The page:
WTF with Marc Maron is not only a pioneer in the podcasting world but also exists as a cultural indicator. It shows a desire on the part of consumers to hear content that reveals something deeper about the artists/comedians/celebrities that produce it.

WTF gets hundreds of thousands of downloads per episode, and has had over 100,000,000 downloads overall. Maron has interviewed hundreds of guest. Artists, musicians, comedians. He even interviewed President Obama. His podcast has a scope that is not typical of others. While there may be a seemingly endless amount of podcasts to choose from, there is something about Maron’s that makes it unique, and successful.

Maron’s podcast defines him now. He is sort of pigeon-holed by it, not by others, but by himself. In his semi-autobiographical IFC show Maron it defines the opening credits, and a structural component of every episode is that he interviews a guest and manages to relate it back to the overall story of the episode. In his book Attempting Normal he opens the book by discussing the podcast and integrates transcripts from special episodes of the podcast between different chapters.

His description of the podcast is incredibly telling of why his podcast has resonated.

“I started asking people to come over and talk to me amid the clutter of my life. People came, hundreds now. The podcast evolved into a one-on-one interview show. I shared many powerful conversations revealing things about the people I was talking to and about myself that I would have never known. Things that will never be said the same way again. It happened organically. I needed to talk and people talked to me….Hundreds of thousands of people have joined in on these conversations as listeners, which has affirmed on of the strange beliefs that has shaped my life: People want to share but they usually don’t.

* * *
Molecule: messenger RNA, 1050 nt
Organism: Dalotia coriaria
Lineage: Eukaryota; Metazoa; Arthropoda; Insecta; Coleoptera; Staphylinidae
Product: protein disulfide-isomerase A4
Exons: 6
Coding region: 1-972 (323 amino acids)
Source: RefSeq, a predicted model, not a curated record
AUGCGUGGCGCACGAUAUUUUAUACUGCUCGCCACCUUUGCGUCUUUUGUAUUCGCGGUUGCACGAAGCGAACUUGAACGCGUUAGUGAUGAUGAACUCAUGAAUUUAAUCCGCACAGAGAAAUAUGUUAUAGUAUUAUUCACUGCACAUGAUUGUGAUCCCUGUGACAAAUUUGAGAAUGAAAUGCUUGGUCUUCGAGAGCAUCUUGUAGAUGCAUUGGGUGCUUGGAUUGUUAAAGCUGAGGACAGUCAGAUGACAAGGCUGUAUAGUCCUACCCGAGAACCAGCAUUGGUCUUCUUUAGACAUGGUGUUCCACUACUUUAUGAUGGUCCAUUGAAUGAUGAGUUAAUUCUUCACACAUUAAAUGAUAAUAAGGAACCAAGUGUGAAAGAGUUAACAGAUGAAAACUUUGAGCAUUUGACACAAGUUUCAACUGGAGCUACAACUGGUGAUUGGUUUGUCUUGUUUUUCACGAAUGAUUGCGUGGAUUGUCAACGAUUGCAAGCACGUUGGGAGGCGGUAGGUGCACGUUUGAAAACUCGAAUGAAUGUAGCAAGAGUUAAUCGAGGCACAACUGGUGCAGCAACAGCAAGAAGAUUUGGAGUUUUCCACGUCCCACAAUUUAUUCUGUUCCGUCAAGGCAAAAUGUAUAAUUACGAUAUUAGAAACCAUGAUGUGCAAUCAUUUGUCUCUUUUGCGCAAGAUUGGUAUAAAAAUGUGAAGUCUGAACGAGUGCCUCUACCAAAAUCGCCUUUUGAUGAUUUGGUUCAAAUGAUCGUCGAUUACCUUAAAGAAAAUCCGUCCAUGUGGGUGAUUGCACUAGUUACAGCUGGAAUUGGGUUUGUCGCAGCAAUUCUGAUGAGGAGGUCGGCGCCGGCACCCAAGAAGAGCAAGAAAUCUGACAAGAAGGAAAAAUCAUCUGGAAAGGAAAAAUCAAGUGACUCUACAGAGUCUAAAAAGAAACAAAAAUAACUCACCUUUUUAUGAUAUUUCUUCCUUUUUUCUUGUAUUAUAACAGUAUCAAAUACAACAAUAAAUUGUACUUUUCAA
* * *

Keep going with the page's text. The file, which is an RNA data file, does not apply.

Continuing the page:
People don’t talk to each other about real things because they’re afraid of how they’ll be judged. Or they think other people don’t have the capacity to carry the burden of what they have to say. They see the compulsion to put that burden out in the world as a show of weakness. But all that stuff is what makes us human, more than that, it’s what makes being human interesting and funny. How we got away from that, I don’t know. But fuck that. We’re built to deal with shit. We’re built to deal with death, disease, failure, struggle, heartbreak, problems. It’s what separates us from the animals and why we envy and love animals so much. We’re aware of it all and have to process it. The way we handle being human is where all the good stories, jokes, art, wisdom, revelations, ad bullshit come from.”